Evelyn Markasky lives in Santa Cruz, California, but started her life in an edgy little steel town with a large immigrant population in Youngstown, Ohio. Life in Youngstown was shaped by steel and she is left with the image of the nighttime sky glowing pink from the blast furnaces 24 hours a day. It is this image she has subconsciously recreated in her studio with her torch; heating, soldering, coloring, and melting metal, not quite 24 hours a day, but close.
Markasky is Greek; art is in her blood. She is the youngest of 3 children born with a pencil in her hand. She was extremely shy and lived on a busy street with hardly any kids her age, so a lot of time was spent staring at the shadows and drawing. Growing up in the 60’s during the Viet Nam war and an era of musical genius and protest, she was given the gift of rebelling and questioning everything. When told she couldn’t do something a certain way, well that was the first way she’d have to try it. Early on she was fascinated by images of her face, at first drawing self portraits and contour drawings almost every day for years and later putting her face on copy machines and using those images in her art along with writing and poetry. A lifelong search of the eternal question ‘who am I’ and ‘where do I come from?’
Markasky spent many of her college years in photo booths, creating images to use for her BFA in sculpture where she incorporated sculpture, jewelry, conceptual art, and comedy – not necessarily in that order. Her photo booth images became a ritual, and an obsession. They have been painted on silk, silk-screened, enameled, painted, traced, computerized, shrinky-dinked, made into a book, sewn, colored, plastered, etched, and finally cut out of metal.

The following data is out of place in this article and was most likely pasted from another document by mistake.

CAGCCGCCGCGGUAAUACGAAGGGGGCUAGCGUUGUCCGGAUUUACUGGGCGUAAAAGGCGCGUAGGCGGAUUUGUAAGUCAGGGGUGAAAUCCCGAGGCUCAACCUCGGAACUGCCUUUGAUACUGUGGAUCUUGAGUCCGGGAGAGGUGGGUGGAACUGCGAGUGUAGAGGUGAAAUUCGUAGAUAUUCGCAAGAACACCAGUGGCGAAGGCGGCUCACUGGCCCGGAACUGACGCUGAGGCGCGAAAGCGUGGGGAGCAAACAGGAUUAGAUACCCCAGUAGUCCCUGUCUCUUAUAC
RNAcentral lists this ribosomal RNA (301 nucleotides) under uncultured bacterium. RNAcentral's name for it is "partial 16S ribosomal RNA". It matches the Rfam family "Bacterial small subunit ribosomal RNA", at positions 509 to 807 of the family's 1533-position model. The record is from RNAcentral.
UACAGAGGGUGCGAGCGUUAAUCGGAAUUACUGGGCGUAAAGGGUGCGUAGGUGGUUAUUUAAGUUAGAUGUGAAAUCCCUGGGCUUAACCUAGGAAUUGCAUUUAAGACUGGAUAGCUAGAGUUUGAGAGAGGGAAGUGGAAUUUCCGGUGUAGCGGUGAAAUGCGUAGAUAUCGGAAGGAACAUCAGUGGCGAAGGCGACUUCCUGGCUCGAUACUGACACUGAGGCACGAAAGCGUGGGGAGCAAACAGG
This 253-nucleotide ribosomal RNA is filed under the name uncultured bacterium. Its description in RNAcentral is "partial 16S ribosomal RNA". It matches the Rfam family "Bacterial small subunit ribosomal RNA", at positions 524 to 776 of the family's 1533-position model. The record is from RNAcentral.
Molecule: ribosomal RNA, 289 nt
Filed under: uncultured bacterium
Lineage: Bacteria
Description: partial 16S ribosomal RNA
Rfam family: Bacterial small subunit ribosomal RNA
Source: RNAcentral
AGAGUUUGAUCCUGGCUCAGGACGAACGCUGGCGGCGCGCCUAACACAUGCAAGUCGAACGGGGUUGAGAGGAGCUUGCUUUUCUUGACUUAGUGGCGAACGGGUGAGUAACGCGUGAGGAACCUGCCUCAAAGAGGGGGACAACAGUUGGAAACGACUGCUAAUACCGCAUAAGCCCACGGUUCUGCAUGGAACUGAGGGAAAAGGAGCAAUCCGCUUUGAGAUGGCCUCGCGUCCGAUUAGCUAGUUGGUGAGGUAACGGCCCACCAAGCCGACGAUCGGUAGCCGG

Obsession plays a strong part in Markasky’s work, after all, what is art if not obsession? Old family photos and photo booth images are a constant that always returns somewhere in her work. She had spent several years doing portraits of old family photos in water color and pastels, but as her children grew up she found herself falling back into sculpture, metalwork, and jewelry. She felt like she had come home. Every bit of new information that she learned in classes and workshops was absorbed into her without any effort. She loved the physical-ness of using torches, hammers, and saws – being able to construct things.
Markasky works in various metals and uses vitreous enamels sometimes for their colors, but mostly as a patina adding texture and an aged effect to her pieces. Her first foray into enameling was torch firing complex-formed metal shapes and problem-solving how to enamel them without them collapsing or falling apart. This curiosity eventually led to experimenting by adding and embedding many unusual things into her enamels like foils, salts, glass, steel, wire, graphite… and finding ways to incorporate the images she has been obsessed with for many years. She uses these techniques with her metalworking skills to create artful jewelry and wall pieces.